By Elana Schor - 07/27/07 05:04 PM EDT
Ask anyone — even celebrity chefs like Mario Batali and Giada de Laurentiis—about the secret to good Italian food, and they’ll tell you: Keep it simple. Combine fresh ingredients, and let flavor do the work.
At Locanda, a new saffron-tinted oasis in Eastern Market, simplicity is a mantra. Owner Aykan Demiroglu describes its ethos as “Meditalian,” a hybrid of Mediterranean cuisines. But the kitchen’s unadorned presentation and respect for the two-hour dinner mark Locanda as the Italian bistro that Capitol Hill didn’t know it needed.
Designed by Demiroglu and executive chef Brian Barszcz, formerly of Bistro Bis and Tallula, the menu is structured in five ascending courses. Begin with the “piattini,” small plates that are best ordered tapas-style, with several for a table to share.
Most stunning of all is a trio of the toast points that Italians call crostini, topped with a wasabi-hued puree of fava beans and fresh mint that manages to make legumes float onto your palate. The zucchini blossoms with warm tomato sauce also work magic, coated in a batter that makes you forget the dish is deep-fried.
The marinated olives, served warm in a terra cotta dish, offer irresistible bang for your buck, particularly when paired with a glass of red from the ample wine list. Offerings are Italian-only (no shiraz or malbec), but surprises abound, from a Tuscan sangiovese that rides a rollercoaster of spicy notes to a unique vintage dubbed “tears of Christ.”
After the first course, a sextet of delightful antipasto plates await — but by this time, you may be noticing the one factor that prevents Locanda from reaching Italian-foodie heaven. The walls, painted the burnt orange of an Indian swami, have no hangings to absorb the laughter and gossip of a packed house, making noise levels deafening by 7 p.m. The only area of repose is a couple of informal tables next to the bar area, where conversation is easier.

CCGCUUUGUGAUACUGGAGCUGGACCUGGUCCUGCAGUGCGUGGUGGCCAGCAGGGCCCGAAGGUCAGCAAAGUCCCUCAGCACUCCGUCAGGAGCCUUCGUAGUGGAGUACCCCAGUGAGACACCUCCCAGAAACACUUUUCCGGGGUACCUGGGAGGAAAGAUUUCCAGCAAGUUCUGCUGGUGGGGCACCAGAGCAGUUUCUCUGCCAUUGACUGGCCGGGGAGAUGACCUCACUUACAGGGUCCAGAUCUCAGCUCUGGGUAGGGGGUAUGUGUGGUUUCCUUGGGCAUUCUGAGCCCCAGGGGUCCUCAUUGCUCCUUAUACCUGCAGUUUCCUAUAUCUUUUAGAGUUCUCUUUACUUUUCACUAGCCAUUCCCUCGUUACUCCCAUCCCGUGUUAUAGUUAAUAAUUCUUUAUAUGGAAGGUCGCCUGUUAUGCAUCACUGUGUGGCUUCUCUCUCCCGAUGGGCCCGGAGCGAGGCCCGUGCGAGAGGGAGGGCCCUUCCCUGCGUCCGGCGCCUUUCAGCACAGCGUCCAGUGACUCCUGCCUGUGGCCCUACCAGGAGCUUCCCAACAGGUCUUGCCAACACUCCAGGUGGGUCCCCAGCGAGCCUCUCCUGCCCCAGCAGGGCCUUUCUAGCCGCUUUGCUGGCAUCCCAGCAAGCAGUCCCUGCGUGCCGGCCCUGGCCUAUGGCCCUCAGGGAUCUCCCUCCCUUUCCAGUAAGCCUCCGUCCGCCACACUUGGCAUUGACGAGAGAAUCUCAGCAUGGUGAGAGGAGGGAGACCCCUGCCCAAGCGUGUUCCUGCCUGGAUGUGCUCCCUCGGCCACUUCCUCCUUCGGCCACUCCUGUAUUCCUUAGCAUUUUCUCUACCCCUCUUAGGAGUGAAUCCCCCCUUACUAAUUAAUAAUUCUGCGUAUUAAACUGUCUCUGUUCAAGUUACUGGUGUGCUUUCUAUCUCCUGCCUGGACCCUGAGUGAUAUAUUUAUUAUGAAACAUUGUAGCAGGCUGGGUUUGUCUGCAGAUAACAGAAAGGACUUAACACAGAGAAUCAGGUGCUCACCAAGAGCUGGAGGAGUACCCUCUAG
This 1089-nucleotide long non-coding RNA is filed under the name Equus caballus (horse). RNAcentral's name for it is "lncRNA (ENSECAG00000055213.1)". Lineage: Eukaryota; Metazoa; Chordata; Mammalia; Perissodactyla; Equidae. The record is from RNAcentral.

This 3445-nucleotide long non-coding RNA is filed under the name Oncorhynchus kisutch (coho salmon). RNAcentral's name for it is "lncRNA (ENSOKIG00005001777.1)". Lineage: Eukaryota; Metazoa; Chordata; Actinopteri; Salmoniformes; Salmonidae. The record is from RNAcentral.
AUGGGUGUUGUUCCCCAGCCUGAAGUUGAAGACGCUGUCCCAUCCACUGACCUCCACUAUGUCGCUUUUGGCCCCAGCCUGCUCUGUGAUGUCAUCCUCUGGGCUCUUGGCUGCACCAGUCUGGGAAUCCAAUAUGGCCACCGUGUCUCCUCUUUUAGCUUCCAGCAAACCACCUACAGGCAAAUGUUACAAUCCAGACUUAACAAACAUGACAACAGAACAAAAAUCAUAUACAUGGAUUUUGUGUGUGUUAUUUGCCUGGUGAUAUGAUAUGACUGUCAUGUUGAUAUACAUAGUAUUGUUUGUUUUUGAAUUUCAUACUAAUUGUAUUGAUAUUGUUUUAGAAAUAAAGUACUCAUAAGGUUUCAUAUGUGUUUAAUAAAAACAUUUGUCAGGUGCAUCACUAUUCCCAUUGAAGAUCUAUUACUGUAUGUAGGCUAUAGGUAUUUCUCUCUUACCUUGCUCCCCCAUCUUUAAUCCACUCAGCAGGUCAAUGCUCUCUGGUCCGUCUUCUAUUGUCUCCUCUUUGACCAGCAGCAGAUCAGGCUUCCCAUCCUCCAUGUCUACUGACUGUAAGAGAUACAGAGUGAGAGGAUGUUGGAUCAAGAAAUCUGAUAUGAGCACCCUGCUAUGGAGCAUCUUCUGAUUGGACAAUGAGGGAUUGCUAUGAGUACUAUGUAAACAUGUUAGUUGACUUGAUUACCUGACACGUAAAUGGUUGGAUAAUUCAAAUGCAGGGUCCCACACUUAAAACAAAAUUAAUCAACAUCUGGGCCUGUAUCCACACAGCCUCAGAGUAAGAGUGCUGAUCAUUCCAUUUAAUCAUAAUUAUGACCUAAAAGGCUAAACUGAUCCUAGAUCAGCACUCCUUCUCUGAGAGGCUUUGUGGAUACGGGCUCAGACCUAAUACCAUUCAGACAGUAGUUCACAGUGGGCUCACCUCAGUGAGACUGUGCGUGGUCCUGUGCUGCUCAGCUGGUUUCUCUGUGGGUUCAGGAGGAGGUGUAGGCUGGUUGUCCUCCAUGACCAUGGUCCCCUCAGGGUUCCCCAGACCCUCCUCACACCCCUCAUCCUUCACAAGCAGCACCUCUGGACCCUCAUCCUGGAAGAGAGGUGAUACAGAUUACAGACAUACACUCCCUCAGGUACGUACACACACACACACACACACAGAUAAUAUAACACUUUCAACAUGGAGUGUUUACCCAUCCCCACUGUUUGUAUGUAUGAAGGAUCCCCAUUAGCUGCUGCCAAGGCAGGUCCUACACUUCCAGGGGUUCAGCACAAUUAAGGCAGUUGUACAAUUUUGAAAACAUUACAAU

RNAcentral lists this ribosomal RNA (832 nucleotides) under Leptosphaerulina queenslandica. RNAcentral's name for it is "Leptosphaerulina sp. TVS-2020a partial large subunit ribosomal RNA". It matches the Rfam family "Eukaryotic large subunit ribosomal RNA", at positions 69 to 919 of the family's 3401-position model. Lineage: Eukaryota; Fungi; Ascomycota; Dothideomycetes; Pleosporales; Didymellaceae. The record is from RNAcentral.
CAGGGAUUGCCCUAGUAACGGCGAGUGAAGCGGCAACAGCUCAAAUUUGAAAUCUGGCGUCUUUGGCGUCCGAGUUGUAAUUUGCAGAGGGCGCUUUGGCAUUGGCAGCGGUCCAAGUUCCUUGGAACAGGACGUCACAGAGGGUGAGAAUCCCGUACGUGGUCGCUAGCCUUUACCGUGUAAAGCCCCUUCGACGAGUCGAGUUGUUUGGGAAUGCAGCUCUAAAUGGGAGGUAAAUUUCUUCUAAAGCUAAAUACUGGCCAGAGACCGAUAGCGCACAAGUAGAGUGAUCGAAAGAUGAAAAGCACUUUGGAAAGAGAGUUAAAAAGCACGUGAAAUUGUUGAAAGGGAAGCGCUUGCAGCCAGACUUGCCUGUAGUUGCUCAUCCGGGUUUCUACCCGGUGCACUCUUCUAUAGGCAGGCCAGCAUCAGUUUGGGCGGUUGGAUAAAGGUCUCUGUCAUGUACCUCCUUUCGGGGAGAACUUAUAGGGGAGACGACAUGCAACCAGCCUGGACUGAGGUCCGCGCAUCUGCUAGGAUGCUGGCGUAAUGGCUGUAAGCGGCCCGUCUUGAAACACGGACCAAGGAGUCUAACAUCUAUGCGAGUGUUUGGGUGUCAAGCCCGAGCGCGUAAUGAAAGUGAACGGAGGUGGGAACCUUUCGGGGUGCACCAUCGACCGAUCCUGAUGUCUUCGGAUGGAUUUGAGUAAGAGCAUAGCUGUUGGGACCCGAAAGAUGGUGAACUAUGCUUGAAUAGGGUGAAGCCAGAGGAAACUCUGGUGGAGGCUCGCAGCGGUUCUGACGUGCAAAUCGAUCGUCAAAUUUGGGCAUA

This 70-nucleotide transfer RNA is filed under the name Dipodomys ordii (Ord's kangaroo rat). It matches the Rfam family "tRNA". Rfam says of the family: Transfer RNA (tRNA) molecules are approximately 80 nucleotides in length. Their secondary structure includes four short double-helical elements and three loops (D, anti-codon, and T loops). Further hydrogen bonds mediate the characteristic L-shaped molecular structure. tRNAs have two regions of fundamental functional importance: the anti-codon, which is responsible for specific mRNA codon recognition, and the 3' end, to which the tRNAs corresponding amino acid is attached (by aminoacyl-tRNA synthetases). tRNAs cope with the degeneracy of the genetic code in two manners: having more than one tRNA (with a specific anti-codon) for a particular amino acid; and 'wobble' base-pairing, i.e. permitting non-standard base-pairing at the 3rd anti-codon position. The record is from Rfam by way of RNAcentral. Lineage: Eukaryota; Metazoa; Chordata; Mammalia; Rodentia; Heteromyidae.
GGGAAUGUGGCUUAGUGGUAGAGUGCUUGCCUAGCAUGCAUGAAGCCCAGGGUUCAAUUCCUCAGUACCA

Barszcz changes up elements of the antipasto depending on the availability of local ingredients, but each mingle no more than three bold components.
The buffalo mozzarella, imported from Italy, keeps its salty flavor to a whisper, allowing the sweetness of heirloom
tomatoes and the snap of basil oil to elevate what could have been a run-of-the-mill caprese salad. Calamari fritti is shockingly fresh, paired with a rich anchovy aioli and a “salsa verde,” which is actually emerald-green arugula pesto.
Competing for attention with those stunners are charcuterie and cheese plates, which entered the culinary vogue when Batali became TV’s Italian chef of choice. Served on a cutting board, the cheeses and meats look appealing next to the Zen-like placemats but offer little that cannot be savored at a good Italian deli.
Salads, the third course, arrive large enough that one can satisfy two or three diners. Curls of wild arugula stand out, intertwined with sheets of fresh Parmesan and topped by tangy lemon oil. The baby romaine is also excellent, approximating a Caesar with anchovies and hard-cooked egg.
Also in keeping with the new wave of politically aware haute cuisine, Barszcz uses entirely local and organic produce as well as humanely raised meat and fish. Locanda’s owners plan to sign on as a sponsor of the nonprofit group Humane Farm Animal Care.